Analysts: Pentagon Could Save $100 Billion by Changing Business Practices
Based on interviews with 80 defense industry executives, a team of researchers concluded that 25 percent of the cost of what the Pentagon buys is attributed to “transaction” expenses. These include administrative and legal costs, expenses associated with negotiating contracts, monitoring purchases, making changes to documents and resolving disputes.
“Some transaction costs are necessary, but others can be lowered or eliminated,” says a study titled, "Cutting Fat without Cutting Substance,” which was published in theContract Management industry journal in May.
The Defense Department buys more than $400 billion annually in goods and services from the top 100 suppliers. That is $100 billion a year spent on transaction costs alone.
Studies that identify potential savings from procurement reforms are a dime a dozen in Washington, to be sure. Just in the past year, the House Armed Services Committee, the Lexington Institute and others havereleased their own estimates of the price of Pentagon red tape. Intestimony to the HASC last month, EADS North America CEO Sean O’Keefe said the cost of doing business with the government can add more than 20 percent to the price of goods. “The current regulatory load stunts competition and increases the cost of doing business,” O’Keefe said.
An industry executive who did not want to be quoted by name said the current budget crisis means the Pentagon can no longer afford to sweep these studies under the carpet. Even if acquisition transaction costs were conservatively estimated at 10 percent, that could amount to $40 billion in savings. “The sequestration catastrophe could be averted by cleaning up acquisition inefficiency alone,” he said. “It is crazy to be talking about cutting meat when so much low-hanging fruit exists.”
One of the authors of the “Cutting Fat” study, T. Russell Crook, said many of the Pentagon’s transaction costs could be eliminated rather easily if there were sufficient motivation for people to embrace change. “Inertia is a problem,” he said in an interview.
Crook, an associate professor of management at the College of Business Administration at The University of Tennessee, worked on the study under the auspices of the National Defense Business Institute, a Pentagon-funded organization within UT led by David Patterson, a former Defense Department official.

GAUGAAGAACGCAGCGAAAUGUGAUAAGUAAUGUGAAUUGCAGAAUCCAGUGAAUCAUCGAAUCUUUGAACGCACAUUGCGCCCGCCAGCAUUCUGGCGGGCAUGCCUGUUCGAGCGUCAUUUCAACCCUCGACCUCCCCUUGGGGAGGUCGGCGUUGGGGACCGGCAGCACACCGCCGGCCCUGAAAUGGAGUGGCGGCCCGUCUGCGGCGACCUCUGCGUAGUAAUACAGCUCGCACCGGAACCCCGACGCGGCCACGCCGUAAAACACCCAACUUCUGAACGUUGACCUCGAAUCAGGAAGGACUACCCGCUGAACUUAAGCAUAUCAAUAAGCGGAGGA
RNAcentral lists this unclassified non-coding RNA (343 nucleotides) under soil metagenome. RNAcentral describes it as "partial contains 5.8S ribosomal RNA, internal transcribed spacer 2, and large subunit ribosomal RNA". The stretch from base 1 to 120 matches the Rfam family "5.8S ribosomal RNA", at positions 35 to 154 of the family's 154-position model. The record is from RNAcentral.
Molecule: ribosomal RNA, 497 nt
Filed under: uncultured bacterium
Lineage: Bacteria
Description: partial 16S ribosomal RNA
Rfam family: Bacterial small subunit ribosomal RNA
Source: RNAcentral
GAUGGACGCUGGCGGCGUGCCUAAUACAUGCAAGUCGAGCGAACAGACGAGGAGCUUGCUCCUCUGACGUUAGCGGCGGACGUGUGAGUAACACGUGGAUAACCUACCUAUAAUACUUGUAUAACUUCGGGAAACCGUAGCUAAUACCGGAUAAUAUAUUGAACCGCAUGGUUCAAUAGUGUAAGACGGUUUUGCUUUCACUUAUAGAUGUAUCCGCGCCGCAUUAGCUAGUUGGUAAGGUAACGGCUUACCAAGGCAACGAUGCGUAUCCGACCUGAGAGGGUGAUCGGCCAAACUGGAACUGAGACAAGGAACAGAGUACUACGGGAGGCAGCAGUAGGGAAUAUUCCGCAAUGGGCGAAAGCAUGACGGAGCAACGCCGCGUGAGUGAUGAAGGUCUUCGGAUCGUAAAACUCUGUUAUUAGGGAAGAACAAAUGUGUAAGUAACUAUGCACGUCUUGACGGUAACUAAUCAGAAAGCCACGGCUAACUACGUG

The 25 percent transaction cost estimate was based on insights provide by industry executives, said Crook. They cited four main cost drivers: Vague requirements, inflexible processes for modifying requirements, unnecessary reporting and compliance requirements and adversarial buyer-supplier relationships.
The executives’ recommendations on how to bring down those costs will sound familiar to most people in the government procurement business:
• Use “relational” contracting, where buyers and suppliers make long-term commitments that bolster trust and cooperation, rather than treating each contract as a one-time event.
• Where appropriate, monitor suppliers’ outcomes rather than their behavior. “The buyer focuses on ‘what’ and allows the supplier to decide ‘how,’” said Crook.
• Use “best value” they way it is done in the private sector, instead of just focusing on cost or speed.
• Retain knowledgeable workers who work with suppliers. “Turnover has the potential to create major performance problems within buyer- supplier relationships,” Crook said.
Crook recognized that it would be unrealistic to expect huge savings from these proposed reforms, given the Pentagons' track record.
Budget experts in recent years have cast doubts on projected "efficiencies" that defense officials promise but never materialize.
“Efficiencies historically have yielded only a small fraction of the projected savings,” Andrew Krepinevich, president of the Center for Strategic and Budgetary Assessments, told reporters. CSBA budget analyst Todd Harrison has said he tends to be suspicious of business reforms that promise big savings.
Retired Army Col. Nathaniel H. Sledge Jr., a former acquisition program manager, questioned whether any reforms could overcome the endemic inefficiency that is built into the defense procurement.
"There’s no real catalyst to force change," he wrote in arecent article in National Defense Magazine, unless the defense budget is cut deeply.
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